Remember the whole phase where everyone talked about the “chill” folks? They were the guys and girls who were sooOOooOO ~chill~ and ~relaxed~ that they became the perfect girlfriend or boyfriend. Nothing ruffled their feathers, they were totally OK with whatever.
The issue was, of course, that the fantasy of the “chill” partner was entirely about finding someone who would just let you do whatever you wanted, whenever you wanted to do it. Beers with the boys on anniversary night? No worries, baby. Rolling home at 7am without letting your live-with partner know where you were? All g!
It wasn’t realistic, but for some reason we are STILL trying to be those “whatever!” people in relationships.
I’m not throwing judgement – this was me for years and years. In fact, I think only recently did I put this bullshit in the bin, and only after many, many failed dating stints and relationships in which I let a lot of dumb stuff slide.
The best example is my ex. We met on a dating app and hit it off instantaneously. It was just bloody easy. Hanging out with each others mates, conversation flowing, blah blah blah. Just GOOD, you know? Until… it wasn’t.
See, my ex was very much a “me time” person. In the sense that I think, in his ideal world, he would see me once to twice a week at most. It wasn’t that he didn’t like me, it was more that at the point he was at in his life, he had extreme FOMO and never wanted to miss hanging with his single mates. EVER. I was 100% not priority #1 in his life.
Was this an evil bastard thing on his end? Not in the slightest. Some people – including friends of mine whose ears I burned off from crying and whinging about my situation – legitimately like to see the person they’re romantically involved with a lot less than others. Just like you’ll find couples who are in each other’s pockets 24/7, you’ll also find ones who barely go on one-on-one dates. And that is all fine – if you’re both on the same page.
The thing was, I absolutely was not on that page – but I tried to be, and that’s when things turned to shit for me.
See, pretending that I was fine with the limited amount of time my ex would give me made me feel like absolute ratshit. IT WAS THE WORST. I can’t tell you how many days I spent waiting for him to make a plan, or back-and-forthing with him trying to find a sliver of his week that we could spend together, just us. It was abundantly clear that he preferred me as priority #3 after mates and solo time, and that I wanted to be #1.
Instead of realising this, communicating what I wanted from the relationship, and accepting whatever his position on the matter was – I acted cool. It’s fine we won’t see each other this weekend! Or next! No problem at all! Etc etc and my GOD was I so unhappy, guys. I was miserable.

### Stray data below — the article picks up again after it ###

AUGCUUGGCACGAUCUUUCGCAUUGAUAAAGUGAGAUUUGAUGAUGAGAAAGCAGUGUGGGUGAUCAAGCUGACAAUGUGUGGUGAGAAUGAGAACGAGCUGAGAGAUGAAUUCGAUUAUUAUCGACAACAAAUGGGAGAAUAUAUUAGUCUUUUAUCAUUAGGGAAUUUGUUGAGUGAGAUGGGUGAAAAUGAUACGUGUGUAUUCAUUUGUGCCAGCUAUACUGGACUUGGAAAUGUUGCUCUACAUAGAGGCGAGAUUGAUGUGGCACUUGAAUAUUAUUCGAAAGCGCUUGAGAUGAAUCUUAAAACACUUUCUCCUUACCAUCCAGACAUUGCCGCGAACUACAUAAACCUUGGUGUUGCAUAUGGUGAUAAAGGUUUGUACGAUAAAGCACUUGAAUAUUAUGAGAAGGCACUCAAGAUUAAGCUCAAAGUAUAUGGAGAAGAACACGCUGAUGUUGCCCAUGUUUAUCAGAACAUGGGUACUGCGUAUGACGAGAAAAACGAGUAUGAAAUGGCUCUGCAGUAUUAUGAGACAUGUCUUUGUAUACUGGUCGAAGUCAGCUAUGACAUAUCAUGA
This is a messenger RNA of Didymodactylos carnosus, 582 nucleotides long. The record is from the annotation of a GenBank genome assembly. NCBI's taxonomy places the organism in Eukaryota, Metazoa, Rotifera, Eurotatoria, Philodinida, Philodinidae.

It wasn’t until that relationship wrapped up (turned out, he wasn’t all that into me in the end anyway and he dumped me 3 months in) and I started seeing a psychologist because the break up really ruined me that I started realising it was okay to have needs.
Needs don’t make you needy. Never get that confused – Neediness is based out of insecurity. It’s when you desperately clutch at something instead of feeling secure in yourself. NEEDS come from SECURITY. This all sounds so Brene Brown/self-helpy but bear with me.
Basically, you are not some needy psycho if you say what you want from a relationship. Even a fuckboy has needs – they NEED the relationship to be strings-free. See? We all have them, so why are we pretending we don’t?
Since going through my psychologist gauntlet of realisation and so on, I’ve realised I need to be clear about my needs from a relationship from the get-go. Not like, ON THE FIRST DATE (omg no) but basically, if I start feeling that icky unhappy sense where I am finding my needs aren’t met, I speak up.
What do I mean by “needs”? I don’t mean the relationship basics – respect, trust, honesty, support etc. That’s stuff we all deserve. I mean things that are specific to you and may not be to someone else. For the record – my needs are: I need quality time. I need to be someone’s priority, at least for the most part. I need to feel included in their life, like be introduced to their friends and eventually meet their family.
These days I’ve been a lot more up-front with my needs, and not afraid to voice them or stand by them. Because what’s the fucking point of being in a relationship if you’re 80% unhappy? There is none. I’d rather be single – which I’m really bloody good at and enjoy, by the way – than feel constantly shit because I’m acting like everything is fine but actually it’s not at all.
For the record, I don’t mean that you just demand your needs and force the other person to comply. Compromise is part of this, obviously. And if you can both find a happy medium, fantastic. Maturity, people! What I do mean is to finish being a doormat who thinks they can’t say that they want more time together, or that they want more time to themselves, or whatever. You can, and you should.
So I say this nicely and with love in my heart – for fuck’s sake, stand up for yourself and your own needs in your relationship (or the next one) ‘cos you’re a good egg and you deserve to feel like one.Image: Parks And Recreation